Data shows that Bitcoin miners can get a fresh 20% BTC price boost before capitulating

Miners pay around $34,000 in production costs, plus transaction fees. Miners don’t have to worry about another $40,000 support challenge for BTC/USD.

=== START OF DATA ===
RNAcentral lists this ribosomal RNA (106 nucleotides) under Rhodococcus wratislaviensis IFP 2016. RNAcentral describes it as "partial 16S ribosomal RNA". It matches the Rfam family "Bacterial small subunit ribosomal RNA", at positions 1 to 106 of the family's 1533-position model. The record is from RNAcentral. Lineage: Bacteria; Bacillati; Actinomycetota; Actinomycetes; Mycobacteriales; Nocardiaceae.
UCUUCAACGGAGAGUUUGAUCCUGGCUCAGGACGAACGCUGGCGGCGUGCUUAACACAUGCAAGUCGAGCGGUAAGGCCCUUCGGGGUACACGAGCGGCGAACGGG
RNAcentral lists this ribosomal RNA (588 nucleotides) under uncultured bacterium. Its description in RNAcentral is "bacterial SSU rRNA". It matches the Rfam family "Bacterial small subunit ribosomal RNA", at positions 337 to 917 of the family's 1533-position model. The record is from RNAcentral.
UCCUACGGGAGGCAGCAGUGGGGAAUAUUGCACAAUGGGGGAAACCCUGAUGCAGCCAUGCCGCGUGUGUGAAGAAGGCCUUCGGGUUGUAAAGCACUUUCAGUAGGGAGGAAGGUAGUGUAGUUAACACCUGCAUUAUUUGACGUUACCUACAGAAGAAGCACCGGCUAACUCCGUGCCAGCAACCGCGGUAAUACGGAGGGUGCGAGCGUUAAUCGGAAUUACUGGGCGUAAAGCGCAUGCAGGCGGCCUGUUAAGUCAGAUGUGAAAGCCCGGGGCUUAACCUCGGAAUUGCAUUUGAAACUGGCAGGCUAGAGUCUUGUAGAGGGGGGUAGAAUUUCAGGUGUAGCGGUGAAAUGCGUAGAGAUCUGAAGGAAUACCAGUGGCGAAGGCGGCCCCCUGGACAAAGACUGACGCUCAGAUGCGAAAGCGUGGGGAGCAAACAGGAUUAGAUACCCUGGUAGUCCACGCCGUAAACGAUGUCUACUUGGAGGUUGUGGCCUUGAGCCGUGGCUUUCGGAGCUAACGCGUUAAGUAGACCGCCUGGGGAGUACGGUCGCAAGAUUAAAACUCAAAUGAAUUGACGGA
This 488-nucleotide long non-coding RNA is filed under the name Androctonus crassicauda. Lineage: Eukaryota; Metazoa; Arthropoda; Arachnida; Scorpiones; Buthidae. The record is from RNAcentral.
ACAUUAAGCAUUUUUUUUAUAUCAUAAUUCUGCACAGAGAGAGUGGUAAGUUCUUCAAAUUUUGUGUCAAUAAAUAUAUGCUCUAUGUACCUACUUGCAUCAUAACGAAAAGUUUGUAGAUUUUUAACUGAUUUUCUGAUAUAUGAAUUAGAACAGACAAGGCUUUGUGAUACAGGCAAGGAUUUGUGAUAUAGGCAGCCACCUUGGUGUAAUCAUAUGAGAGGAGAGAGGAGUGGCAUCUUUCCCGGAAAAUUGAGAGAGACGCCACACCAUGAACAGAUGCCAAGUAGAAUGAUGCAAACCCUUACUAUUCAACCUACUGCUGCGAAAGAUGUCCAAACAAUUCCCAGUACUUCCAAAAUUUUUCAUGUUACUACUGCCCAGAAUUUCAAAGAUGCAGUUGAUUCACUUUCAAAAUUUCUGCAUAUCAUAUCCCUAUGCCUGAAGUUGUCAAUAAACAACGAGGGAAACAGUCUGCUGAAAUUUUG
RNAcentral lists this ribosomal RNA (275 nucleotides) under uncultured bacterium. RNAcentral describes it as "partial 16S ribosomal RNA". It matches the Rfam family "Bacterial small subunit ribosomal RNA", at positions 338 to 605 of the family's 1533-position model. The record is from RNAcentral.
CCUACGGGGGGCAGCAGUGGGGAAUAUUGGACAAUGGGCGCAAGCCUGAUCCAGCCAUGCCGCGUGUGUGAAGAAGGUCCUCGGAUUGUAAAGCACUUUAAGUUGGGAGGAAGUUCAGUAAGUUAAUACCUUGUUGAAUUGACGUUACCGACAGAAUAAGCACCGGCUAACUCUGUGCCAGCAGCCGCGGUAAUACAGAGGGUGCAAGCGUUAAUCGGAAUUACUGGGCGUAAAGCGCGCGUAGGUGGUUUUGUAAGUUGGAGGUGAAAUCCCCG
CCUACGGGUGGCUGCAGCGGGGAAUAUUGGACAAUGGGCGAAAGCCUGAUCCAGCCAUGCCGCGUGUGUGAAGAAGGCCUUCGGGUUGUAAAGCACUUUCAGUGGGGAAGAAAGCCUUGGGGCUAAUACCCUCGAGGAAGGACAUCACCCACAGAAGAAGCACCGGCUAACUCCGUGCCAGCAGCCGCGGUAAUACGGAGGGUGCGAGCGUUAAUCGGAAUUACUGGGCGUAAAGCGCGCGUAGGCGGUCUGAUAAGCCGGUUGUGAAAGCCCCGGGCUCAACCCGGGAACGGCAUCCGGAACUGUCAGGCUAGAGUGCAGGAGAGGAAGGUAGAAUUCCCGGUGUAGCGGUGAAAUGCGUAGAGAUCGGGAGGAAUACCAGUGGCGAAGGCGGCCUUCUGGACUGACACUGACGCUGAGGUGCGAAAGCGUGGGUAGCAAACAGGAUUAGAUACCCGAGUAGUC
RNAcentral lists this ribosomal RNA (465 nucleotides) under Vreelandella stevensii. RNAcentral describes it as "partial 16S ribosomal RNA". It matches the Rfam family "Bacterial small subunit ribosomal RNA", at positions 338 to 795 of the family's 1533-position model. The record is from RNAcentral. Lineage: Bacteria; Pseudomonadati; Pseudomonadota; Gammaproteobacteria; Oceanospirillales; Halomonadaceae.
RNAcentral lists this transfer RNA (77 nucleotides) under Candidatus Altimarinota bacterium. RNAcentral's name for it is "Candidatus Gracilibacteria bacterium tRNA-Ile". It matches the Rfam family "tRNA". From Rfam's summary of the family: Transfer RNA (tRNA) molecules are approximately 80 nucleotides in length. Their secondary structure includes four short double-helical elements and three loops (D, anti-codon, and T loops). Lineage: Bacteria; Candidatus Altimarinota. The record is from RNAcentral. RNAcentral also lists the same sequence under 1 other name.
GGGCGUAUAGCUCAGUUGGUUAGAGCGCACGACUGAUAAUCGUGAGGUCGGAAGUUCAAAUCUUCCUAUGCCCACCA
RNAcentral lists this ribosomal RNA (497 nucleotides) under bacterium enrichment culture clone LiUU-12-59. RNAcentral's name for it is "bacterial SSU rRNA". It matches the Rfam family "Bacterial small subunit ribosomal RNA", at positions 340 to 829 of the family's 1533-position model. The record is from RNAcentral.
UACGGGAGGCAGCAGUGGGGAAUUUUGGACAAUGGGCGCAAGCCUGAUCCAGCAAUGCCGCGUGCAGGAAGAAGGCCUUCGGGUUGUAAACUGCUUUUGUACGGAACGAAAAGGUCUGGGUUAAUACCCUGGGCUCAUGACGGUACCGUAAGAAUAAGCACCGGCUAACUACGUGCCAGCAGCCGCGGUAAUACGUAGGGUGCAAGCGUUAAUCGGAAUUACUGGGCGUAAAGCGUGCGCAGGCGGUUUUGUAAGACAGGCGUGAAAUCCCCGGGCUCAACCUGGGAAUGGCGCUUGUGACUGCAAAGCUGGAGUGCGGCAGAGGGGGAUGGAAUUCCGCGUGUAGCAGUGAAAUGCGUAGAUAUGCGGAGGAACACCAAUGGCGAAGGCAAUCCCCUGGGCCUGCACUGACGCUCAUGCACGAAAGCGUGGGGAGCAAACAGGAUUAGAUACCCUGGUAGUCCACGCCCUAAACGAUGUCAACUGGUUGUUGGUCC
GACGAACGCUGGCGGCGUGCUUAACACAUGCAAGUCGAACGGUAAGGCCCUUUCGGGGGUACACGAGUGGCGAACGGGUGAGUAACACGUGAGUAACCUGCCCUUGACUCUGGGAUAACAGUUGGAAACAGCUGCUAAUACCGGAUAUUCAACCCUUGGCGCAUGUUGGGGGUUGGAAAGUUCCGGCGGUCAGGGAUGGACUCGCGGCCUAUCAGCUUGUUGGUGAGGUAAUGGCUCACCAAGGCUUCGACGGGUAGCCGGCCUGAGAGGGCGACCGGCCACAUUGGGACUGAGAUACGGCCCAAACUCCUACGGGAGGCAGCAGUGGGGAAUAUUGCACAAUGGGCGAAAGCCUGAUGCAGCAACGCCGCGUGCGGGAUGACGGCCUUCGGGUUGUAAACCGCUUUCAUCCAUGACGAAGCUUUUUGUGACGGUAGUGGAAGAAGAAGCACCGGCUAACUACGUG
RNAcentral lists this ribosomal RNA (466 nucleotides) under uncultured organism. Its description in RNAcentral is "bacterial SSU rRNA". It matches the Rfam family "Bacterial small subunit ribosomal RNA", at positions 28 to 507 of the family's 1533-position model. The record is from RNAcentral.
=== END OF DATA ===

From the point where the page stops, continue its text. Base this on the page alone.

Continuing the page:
Bitcoin (BTC), a cryptocurrency that is used to mine Bitcoin (USD), is growing at an unprecedented rate at current price levels. Despite falling $27,000 below its all-time highs BTC is still attractive to miners. The hash rate, which is an estimate of the total processing power used to mine Bitcoin (BTC), reached new all-time highs on Tuesday. Venturefounder referred to the BTC production cost indicator provided by Charles Edwards, CEO, Capriole. Venturefounder found that the current breakeven point is $34,000. He added that the worst Bitcoin dumps were caused by miners capitulation (December 2018, February 2020). When BTC fell below production cost, it is at risk of miner capitulation. “BTC was at high risk of miner capitulation at $30k per month in May. Current production cost is $34k. This is 20% lower than the current price. “Bitcoin production costs annotated chart (screenshot). Source: @venturefounder/TwitterAs such, there is no reason for miners to sell thanks to the profitability — as well as future perspective — of their operations.In a Medium post about his indicator from 2019, Edwards additionally noted that transaction fees awarded to miners give them an additional cushion against spot price incursions below production cost. Source: Blockchain. The worst-case scenario estimates of well-known analysts foresee a Bitcoin price floor no lower than $30,000. Source: Blockchain. According to well-known analysts, the worst-case scenario for Bitcoin is no lower than $30,000.

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